L320 TDV6 multiple issues at once with power drop

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Lidl/Aldi often have smart chargers. Personally I don't recommend Cteck as I think they are overpriced. Google 4 amp smart charger, there are loads for about £25
They are overpriced but a cheaper one i bought just didn't seem as good. Sparks when you connect to the battery and just doesn't seem to charge as efficiently
 
They are overpriced but a cheaper one i bought just didn't seem as good. Sparks when you connect to the battery and just doesn't seem to charge as efficiently
I have one from Aldi and one from Lidl, they work very well. True you can get a small spark on one of them if you connect to the battery before plugging into the mains but not if you plug in first. They all use similar chip sets so you pay for the brand name.
 
I have one from Aldi and one from Lidl, they work very well. True you can get a small spark on one of them if you connect to the battery before plugging into the mains but not if you plug in first. They all use similar chip sets so you pay for the brand name.
I've went down a diagnostic rabbit hole this weekend guys. I had ordered an icarsoft 3.0 based on the YouTube guys. But the reviews on amazon are worryingly terrible. I read that this can be used for air suspension recalibration and steering angle sensor calibration which are two possible fixes for my issues.

I looked at a gap tool but I am loathed to spend £500 on a tool if I'm not going to be keeping the vehicle long term die to issues.

Also considering SDD as I see I can purchase a mongoose cable and the software is relatively cheap.

What's the general thoughts on this or are there any good threads to have a read at?
 
I've went down a diagnostic rabbit hole this weekend guys. I had ordered an icarsoft 3.0 based on the YouTube guys. But the reviews on amazon are worryingly terrible. I read that this can be used for air suspension recalibration and steering angle sensor calibration which are two possible fixes for my issues.

I looked at a gap tool but I am loathed to spend £500 on a tool if I'm not going to be keeping the vehicle long term die to issues.

Also considering SDD as I see I can purchase a mongoose cable and the software is relatively cheap.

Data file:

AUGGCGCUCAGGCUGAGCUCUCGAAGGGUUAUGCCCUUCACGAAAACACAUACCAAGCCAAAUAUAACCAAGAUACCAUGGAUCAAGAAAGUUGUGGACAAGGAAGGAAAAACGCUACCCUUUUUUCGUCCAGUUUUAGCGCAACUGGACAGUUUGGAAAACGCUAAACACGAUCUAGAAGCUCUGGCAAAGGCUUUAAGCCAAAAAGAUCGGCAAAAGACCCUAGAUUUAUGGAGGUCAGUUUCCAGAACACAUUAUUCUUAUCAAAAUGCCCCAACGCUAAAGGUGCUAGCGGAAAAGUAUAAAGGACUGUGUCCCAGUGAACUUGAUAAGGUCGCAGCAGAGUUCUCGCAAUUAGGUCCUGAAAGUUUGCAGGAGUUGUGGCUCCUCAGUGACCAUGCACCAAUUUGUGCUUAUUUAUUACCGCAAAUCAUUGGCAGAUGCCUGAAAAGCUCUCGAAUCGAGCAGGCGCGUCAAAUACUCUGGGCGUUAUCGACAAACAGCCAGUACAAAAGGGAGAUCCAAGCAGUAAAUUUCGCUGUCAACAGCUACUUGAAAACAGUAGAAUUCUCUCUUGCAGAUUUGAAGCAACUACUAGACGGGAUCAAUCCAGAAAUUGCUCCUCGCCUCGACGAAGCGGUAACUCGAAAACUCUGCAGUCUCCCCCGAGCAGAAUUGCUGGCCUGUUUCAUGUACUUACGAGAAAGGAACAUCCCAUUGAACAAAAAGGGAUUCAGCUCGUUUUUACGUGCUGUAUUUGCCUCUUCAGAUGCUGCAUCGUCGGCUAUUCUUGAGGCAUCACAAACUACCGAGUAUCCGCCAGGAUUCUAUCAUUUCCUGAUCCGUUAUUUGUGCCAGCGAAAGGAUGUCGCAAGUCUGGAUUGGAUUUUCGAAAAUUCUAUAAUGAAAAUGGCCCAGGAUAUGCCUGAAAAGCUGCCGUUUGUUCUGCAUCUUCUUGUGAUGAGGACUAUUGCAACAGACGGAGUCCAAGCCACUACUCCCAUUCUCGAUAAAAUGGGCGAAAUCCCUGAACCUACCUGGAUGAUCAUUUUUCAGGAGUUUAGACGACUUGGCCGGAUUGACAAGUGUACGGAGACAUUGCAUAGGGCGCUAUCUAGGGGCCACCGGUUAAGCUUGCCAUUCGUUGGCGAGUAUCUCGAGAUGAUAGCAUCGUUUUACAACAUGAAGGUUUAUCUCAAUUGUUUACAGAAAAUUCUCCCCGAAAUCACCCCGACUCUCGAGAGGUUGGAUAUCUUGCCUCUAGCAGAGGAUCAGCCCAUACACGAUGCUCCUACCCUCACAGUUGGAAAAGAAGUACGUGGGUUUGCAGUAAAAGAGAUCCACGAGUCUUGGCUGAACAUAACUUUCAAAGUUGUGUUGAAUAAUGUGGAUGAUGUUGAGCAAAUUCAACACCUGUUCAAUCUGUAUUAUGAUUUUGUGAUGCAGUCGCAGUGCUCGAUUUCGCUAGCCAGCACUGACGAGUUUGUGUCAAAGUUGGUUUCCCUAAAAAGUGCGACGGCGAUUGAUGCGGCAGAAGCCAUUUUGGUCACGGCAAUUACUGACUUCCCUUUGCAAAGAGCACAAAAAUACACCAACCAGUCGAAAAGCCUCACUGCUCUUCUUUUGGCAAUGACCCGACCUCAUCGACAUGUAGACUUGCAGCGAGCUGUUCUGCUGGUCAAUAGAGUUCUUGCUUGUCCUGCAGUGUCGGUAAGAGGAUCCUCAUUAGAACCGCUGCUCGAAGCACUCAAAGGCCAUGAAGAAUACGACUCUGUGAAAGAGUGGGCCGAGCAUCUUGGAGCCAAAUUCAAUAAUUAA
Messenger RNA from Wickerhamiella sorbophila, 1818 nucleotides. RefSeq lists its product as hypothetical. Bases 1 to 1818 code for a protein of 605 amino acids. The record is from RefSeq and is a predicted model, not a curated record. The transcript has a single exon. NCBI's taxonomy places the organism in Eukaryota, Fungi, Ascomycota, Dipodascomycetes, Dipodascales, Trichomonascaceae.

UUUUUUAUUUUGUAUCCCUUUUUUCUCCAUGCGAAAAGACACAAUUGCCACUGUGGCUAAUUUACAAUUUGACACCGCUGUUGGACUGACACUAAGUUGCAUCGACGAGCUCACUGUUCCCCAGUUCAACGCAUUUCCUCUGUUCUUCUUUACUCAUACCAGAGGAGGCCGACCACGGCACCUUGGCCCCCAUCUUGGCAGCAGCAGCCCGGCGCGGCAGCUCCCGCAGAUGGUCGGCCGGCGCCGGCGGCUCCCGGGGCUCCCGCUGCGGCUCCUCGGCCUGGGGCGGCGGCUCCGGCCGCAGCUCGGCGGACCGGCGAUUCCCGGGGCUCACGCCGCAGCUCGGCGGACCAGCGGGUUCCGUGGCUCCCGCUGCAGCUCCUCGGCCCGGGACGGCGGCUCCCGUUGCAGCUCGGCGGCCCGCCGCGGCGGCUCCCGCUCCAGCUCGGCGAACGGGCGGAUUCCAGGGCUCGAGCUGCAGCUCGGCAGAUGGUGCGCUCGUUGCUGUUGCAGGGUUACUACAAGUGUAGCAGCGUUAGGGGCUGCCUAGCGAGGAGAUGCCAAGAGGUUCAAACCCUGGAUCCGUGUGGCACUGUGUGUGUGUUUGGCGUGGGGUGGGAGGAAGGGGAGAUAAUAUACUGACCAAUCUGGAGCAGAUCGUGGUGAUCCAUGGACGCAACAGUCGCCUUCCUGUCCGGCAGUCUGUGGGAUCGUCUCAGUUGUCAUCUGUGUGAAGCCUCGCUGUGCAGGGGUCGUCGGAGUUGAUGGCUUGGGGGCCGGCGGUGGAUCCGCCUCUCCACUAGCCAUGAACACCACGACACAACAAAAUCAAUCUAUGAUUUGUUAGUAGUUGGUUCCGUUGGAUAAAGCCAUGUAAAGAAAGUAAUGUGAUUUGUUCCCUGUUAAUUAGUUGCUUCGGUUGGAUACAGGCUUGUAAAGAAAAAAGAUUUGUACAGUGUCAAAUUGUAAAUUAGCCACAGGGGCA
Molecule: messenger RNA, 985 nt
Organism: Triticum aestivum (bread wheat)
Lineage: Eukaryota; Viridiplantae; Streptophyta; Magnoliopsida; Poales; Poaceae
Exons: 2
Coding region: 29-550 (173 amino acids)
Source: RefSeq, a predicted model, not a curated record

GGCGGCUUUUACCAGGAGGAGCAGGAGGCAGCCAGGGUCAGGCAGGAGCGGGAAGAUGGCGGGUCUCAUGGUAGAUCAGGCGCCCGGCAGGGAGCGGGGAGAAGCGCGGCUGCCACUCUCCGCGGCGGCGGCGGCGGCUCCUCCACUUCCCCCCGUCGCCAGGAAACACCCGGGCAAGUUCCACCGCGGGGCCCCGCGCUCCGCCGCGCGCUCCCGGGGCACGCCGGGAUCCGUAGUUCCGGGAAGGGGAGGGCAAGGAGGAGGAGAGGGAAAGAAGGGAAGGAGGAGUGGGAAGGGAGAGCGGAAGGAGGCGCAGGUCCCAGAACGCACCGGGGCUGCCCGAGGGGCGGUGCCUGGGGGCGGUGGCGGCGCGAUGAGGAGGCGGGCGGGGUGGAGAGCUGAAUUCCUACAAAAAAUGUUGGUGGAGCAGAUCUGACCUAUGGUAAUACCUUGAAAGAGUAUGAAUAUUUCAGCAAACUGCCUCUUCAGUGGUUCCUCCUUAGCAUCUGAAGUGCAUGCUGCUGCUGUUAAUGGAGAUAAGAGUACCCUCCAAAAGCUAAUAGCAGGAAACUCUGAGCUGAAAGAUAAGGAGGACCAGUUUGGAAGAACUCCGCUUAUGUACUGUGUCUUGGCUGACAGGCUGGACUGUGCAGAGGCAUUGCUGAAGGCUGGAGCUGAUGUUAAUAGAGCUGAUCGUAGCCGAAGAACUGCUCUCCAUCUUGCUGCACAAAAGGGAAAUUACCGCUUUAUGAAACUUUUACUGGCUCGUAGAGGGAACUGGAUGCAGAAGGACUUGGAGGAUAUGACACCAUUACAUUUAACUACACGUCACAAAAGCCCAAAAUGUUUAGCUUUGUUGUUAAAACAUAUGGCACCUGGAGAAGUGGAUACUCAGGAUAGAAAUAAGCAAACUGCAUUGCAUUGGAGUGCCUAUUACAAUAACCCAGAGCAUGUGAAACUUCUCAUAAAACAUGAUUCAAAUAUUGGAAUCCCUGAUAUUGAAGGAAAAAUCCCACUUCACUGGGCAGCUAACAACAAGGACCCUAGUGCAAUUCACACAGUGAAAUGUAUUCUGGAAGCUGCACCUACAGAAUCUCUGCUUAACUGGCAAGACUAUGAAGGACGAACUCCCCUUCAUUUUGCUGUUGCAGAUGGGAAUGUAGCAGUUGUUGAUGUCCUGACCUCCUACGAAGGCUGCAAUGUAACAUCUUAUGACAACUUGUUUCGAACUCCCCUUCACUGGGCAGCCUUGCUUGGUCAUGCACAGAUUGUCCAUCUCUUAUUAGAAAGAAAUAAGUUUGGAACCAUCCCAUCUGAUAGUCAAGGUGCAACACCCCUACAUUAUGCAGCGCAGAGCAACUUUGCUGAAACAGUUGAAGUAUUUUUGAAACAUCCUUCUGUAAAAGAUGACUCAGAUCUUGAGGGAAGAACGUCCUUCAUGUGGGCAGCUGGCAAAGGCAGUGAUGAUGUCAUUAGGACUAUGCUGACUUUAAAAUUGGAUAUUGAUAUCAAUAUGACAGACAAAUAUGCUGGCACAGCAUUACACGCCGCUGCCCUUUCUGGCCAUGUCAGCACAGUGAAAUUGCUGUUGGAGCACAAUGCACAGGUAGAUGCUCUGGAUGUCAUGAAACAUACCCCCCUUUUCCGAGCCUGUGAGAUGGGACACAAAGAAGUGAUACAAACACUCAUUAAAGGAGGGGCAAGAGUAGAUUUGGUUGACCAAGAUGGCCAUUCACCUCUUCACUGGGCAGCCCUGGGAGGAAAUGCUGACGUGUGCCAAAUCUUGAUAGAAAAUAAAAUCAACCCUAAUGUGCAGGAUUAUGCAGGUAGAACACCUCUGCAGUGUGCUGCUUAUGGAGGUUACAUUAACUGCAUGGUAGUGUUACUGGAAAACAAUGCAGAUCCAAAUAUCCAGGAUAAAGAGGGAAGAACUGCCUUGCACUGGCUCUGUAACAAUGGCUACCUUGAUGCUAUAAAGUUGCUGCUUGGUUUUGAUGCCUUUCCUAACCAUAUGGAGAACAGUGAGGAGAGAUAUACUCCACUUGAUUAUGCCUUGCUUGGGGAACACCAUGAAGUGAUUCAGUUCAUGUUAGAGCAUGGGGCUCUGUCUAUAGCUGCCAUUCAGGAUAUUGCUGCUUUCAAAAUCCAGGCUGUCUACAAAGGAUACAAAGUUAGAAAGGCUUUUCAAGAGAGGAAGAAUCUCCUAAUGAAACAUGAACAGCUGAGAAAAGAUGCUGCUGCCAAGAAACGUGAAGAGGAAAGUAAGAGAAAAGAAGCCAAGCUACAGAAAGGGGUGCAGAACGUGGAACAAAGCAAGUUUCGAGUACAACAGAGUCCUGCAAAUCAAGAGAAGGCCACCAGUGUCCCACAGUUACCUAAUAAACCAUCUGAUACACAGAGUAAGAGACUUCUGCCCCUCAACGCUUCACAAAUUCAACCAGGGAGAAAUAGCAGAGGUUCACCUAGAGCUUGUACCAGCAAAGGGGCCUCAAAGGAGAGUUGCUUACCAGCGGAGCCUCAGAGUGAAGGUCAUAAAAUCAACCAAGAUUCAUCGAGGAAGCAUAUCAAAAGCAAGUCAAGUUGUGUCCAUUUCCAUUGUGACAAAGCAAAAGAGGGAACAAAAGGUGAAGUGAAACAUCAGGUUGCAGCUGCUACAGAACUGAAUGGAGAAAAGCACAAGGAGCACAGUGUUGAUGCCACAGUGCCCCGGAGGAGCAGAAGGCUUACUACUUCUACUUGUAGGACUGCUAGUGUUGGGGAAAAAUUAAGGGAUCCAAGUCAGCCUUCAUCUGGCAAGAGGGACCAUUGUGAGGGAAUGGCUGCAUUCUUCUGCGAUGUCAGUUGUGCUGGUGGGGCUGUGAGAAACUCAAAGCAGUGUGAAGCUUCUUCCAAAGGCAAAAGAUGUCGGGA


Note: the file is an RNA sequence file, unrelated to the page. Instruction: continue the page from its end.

What's the general thoughts on this or are there any good threads to have a read at?
Thankfully, I have no specific knowledge of the newer cars so I can make no recommendations other than good diagnostics are necessary to keep Range Rovers running. Good diagnostics can always be sold on, so £500 will not be a total loss if you do not keep the vehicle.
 
Update. Fuel filter changed. Mechanic couldn't recreate the symptoms so no way of telling if this will resolve the power issue. The battery was well over 14 and alternator healthy so not that. Drove it for 15 miles without any issue when I collected it. Very strange.
 
Update. Fuel filter changed. Mechanic couldn't recreate the symptoms so no way of telling if this will resolve the power issue. The battery was well over 14 and alternator healthy so not that. Drove it for 15 miles without any issue when I collected it. Very strange.
No error codes have returned but I'm getting dead spots when pulling away where I'm having to release the throttle and then press it again to move. Any thoughts folks? Fuel filter didn't cure it. 🤔
 
Fuel pump pre-filter blocked in tank, I've had many, many of these in the past with those symptoms, eventually it'll get bad enough to set a DTC - sometimes it's caused by fuel 'bloom', sometimes by cr@p fuel from too cheap sources....
The official fix is a new fuel pump module, which if the pump is noisy, I'd recommend, if the pump is relatively quiet, then remove the pump module, remove the pump and then remove the pre-filter, these can be cleaned with reverse flow (I did mine in the workshop parts washer just after the fluid had been changed!) They are not available as a spare part and you really don't wasnt to run without one.
 
Sorry, manufacturer-speak - in this case, module = assembly, the pump is encased in a tub with various other bits.
There are manufacturers that have pump control modules, notably Merc & Renault (and I think VWG) where the requested and actual pressure is broadcast over PT-CAN to the fuel pump control module which controls the pump speed and delivery volume and in return, fuel level is sent back which is utilised by the ECM for driver inducement, regen inhibit etc. and also passed to the gateway for onward transmission to the IPK.

Most in-tank pumps of the OP's vehicle generation are just straight 12V or PWM from the ECM, I think the reason LR and others call it a 'module' is that it is an assembly that drops into a hole in the fuel tank, complete with lid and external connections.
 
Sorry, manufacturer-speak - in this case, module = assembly, the pump is encased in a tub with various other bits.
There are manufacturers that have pump control modules, notably Merc & Renault (and I think VWG) where the requested and actual pressure is broadcast over PT-CAN to the fuel pump control module which controls the pump speed and delivery volume and in return, fuel level is sent back which is utilised by the ECM for driver inducement, regen inhibit etc. and also passed to the gateway for onward transmission to the IPK.